Surgical repair of D-TGA is usually undertaken within the first week of life. There are currently two commonly used surgical procedures for D-TGA:
Other corrective procedures exist including the Mustard and Senning procedure, Nakaidoh procedure, Réparation à l'Etage ventriculaire (REV) procedure, and Yasui procedure however these are less commonly performed. 
The prognosis for patients with D-TGA is generally excellent following surgical correction. Current survival rates are greater than 90%. The ASO has the best long-term survival and functional outcome. Some studies report a >95% rate survival at fifteen to twenty-five years following discharge. 
Patients with corrected D-TGA have slightly reduced exercise capacity. Some predictors of poor exercise performance include VSD repair, decreased left ventricular function, and repair before the development of the ASO. Reduced exercise capacity has not been shown to affect activities of daily living. 
Studies have also shown that patients who underwent ASO are more likely to have a neurodevelopmental impairment. One center reports that 65% of adolescents who experienced ASO as infants required special education services. The same center also reports that patients with surgically corrected ASO were more likely to have attention-deficit/hyperactivity disorder (ADHD). The American Heart Association (AHA) recommends that children who underwent corrective surgery for D-TGA undergo continued screening and referral for neurodevelopmental impairment.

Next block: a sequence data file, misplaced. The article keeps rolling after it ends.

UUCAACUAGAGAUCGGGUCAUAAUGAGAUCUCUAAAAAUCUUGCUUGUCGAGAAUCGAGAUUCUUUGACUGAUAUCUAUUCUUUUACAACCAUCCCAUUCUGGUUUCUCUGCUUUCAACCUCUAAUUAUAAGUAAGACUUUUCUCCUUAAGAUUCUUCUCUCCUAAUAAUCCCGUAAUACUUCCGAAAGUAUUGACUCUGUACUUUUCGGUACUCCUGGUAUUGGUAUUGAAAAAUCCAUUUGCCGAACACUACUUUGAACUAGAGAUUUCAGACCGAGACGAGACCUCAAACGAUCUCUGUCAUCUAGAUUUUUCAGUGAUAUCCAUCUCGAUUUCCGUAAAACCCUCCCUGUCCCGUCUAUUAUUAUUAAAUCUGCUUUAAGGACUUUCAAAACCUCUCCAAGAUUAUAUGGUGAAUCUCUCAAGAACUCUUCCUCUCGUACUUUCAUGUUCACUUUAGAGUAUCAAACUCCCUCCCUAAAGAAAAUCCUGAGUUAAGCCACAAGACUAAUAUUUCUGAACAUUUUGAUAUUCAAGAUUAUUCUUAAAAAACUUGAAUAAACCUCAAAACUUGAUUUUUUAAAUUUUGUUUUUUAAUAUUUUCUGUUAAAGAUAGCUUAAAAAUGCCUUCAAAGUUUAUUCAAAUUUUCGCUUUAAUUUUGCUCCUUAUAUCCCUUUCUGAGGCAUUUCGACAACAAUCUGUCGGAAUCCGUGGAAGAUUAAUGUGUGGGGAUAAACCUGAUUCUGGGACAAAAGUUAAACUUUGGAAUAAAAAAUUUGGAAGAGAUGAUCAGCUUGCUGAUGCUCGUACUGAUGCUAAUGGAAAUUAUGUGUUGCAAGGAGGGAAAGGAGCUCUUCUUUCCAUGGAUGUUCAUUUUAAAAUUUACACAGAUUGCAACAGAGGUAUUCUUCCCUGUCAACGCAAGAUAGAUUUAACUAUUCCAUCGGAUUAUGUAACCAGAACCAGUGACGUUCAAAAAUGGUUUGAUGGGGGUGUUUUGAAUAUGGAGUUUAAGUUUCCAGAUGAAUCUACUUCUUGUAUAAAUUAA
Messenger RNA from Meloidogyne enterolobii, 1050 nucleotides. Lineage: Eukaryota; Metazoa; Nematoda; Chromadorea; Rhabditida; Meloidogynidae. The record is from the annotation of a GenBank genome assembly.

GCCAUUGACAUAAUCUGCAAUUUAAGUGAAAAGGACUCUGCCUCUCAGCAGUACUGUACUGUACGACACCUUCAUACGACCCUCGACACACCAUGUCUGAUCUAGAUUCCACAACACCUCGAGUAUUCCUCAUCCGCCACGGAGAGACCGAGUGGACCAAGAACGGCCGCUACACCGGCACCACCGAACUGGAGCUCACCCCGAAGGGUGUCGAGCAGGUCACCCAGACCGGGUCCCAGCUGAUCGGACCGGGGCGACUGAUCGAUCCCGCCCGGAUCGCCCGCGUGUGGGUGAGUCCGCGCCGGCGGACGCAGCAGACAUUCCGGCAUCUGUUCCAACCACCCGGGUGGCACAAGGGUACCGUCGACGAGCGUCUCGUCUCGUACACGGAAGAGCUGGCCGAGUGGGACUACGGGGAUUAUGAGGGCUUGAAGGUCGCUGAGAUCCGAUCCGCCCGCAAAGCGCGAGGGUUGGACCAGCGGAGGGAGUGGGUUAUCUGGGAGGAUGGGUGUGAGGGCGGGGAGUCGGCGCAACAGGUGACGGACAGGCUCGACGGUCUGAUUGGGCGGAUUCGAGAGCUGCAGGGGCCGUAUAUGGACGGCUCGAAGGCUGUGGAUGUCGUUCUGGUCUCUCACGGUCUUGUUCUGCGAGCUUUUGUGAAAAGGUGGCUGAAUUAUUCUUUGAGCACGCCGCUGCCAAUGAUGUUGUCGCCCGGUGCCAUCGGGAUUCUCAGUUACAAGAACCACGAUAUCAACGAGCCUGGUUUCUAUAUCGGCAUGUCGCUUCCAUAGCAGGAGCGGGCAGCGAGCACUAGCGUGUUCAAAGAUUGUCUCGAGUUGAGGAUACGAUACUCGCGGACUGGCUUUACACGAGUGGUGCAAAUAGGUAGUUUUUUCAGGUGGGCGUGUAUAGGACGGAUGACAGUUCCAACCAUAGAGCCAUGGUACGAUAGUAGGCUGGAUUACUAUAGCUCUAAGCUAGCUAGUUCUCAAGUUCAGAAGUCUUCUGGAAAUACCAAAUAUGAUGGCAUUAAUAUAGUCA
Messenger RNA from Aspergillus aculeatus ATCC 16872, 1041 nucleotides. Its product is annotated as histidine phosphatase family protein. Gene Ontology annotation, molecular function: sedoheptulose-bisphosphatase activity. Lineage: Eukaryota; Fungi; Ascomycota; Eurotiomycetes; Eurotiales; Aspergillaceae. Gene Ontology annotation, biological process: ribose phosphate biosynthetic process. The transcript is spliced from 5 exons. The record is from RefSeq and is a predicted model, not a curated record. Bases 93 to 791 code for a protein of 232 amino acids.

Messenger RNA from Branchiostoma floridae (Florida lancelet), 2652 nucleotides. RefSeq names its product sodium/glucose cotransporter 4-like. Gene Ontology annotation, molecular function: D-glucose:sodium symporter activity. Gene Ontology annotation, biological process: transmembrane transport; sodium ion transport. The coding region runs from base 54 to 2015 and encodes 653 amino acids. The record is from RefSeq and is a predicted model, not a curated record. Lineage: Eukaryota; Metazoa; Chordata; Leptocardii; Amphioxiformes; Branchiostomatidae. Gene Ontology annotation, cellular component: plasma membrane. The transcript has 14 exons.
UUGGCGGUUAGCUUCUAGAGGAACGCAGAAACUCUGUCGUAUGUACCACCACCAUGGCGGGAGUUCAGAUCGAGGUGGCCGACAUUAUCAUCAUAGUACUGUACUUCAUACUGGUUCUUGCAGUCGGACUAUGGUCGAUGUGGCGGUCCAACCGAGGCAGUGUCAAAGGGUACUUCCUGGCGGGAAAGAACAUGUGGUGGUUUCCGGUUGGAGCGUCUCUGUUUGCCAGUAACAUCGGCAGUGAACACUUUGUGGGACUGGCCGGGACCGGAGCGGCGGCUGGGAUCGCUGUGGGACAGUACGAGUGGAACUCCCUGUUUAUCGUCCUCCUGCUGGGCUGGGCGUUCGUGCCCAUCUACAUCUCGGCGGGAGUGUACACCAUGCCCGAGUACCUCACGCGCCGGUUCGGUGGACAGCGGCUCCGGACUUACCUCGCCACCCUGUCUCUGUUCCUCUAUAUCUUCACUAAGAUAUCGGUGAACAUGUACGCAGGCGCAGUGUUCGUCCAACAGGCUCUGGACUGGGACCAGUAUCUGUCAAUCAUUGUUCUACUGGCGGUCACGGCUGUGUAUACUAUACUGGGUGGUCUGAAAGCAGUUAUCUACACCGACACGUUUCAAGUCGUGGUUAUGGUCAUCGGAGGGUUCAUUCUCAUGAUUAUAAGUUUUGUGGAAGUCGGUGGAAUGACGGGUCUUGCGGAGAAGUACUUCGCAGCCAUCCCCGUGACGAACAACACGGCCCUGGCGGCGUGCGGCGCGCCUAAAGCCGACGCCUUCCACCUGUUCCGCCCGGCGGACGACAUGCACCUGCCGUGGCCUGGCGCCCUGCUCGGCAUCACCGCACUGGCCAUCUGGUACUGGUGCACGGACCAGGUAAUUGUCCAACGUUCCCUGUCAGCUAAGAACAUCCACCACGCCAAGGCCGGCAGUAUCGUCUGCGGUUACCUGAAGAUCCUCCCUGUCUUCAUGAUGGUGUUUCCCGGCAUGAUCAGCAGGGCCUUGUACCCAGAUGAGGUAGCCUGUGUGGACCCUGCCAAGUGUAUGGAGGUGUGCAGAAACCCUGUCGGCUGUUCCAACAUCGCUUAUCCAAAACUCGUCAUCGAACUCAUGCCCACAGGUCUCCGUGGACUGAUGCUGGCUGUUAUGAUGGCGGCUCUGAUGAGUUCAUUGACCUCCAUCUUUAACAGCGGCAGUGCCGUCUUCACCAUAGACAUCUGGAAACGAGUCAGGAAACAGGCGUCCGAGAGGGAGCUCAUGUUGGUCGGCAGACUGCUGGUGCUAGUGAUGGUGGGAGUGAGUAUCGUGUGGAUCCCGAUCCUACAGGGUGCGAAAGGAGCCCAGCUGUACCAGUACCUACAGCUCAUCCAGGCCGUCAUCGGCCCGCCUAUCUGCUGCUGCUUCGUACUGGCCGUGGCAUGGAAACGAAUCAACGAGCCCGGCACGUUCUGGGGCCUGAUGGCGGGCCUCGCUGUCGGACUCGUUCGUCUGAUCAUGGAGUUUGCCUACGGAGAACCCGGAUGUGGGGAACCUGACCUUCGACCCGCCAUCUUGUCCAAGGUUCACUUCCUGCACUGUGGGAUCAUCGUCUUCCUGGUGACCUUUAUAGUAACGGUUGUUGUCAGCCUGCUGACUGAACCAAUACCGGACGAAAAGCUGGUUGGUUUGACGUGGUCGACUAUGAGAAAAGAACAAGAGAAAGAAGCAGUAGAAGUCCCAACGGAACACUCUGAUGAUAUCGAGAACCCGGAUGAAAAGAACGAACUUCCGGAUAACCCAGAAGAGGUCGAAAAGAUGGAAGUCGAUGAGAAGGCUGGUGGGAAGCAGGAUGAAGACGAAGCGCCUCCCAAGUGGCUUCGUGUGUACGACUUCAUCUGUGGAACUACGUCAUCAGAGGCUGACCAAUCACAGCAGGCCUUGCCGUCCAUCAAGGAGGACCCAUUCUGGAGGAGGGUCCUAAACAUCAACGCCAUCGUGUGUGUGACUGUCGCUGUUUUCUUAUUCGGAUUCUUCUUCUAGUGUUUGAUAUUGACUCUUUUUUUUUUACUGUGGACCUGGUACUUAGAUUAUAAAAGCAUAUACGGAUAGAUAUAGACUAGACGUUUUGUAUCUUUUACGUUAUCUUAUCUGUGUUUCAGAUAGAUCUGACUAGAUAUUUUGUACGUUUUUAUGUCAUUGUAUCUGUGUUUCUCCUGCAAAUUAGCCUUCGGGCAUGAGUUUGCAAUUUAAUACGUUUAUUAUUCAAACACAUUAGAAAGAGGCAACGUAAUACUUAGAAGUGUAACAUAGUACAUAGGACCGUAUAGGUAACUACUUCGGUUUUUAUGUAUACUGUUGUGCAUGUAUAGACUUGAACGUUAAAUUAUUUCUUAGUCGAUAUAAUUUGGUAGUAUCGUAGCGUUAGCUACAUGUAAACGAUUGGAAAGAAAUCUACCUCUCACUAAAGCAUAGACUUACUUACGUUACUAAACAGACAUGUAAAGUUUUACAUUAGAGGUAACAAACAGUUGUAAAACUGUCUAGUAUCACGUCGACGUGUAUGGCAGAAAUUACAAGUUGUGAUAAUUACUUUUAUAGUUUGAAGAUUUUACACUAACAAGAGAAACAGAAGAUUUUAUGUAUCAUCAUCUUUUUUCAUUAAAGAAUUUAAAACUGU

The management of dextro-transposition of the great arteries can be challenging. While the correction of D-TGA is mostly the responsibility of a pediatric cardiothoracic surgeon, other specialists need to be involved in the care of the patient. Interventional pediatric cardiology needs to be consulted immediately for evaluation of cyanosis in a newborn which may facilitate the administration of prostaglandin E1 and balloon atrial septostomy. Interventional cardiology will also be able to concomitantly perform angiography to determine which anomalies of the coronary arteries are present. During treatment and following discharge, general pediatrics should be involved in the care of the infant for routine preventative care and neurodevelopmental screening. If deficiencies in neurodevelopment are found on annual testing, pediatric neurology and psychiatry will need to be consulted as well. The pharmacist pre-operatively should assist with medication reconciliation and pain management.
In order to obtain the best outcomes the nurse caring for a patient with corrected TGA will monitor for:
These symptoms may signal a serious complication, and should be addressed promptly with the clinical team.
Additionally, the nurse should expect to perform frequent physical, cardiac, respiratory, and neurological assessments, monitor vital signs and hemodynamics, and check fluid and electrolyte status. Patient and family education will be important during the pre-op, post-op, and discharge period. The best outcomes are achieved when the nurse, pharmacist, and surgeons work together to evaluate and monitor the patient and provide patient and family education in a coordinated manner. [Level V]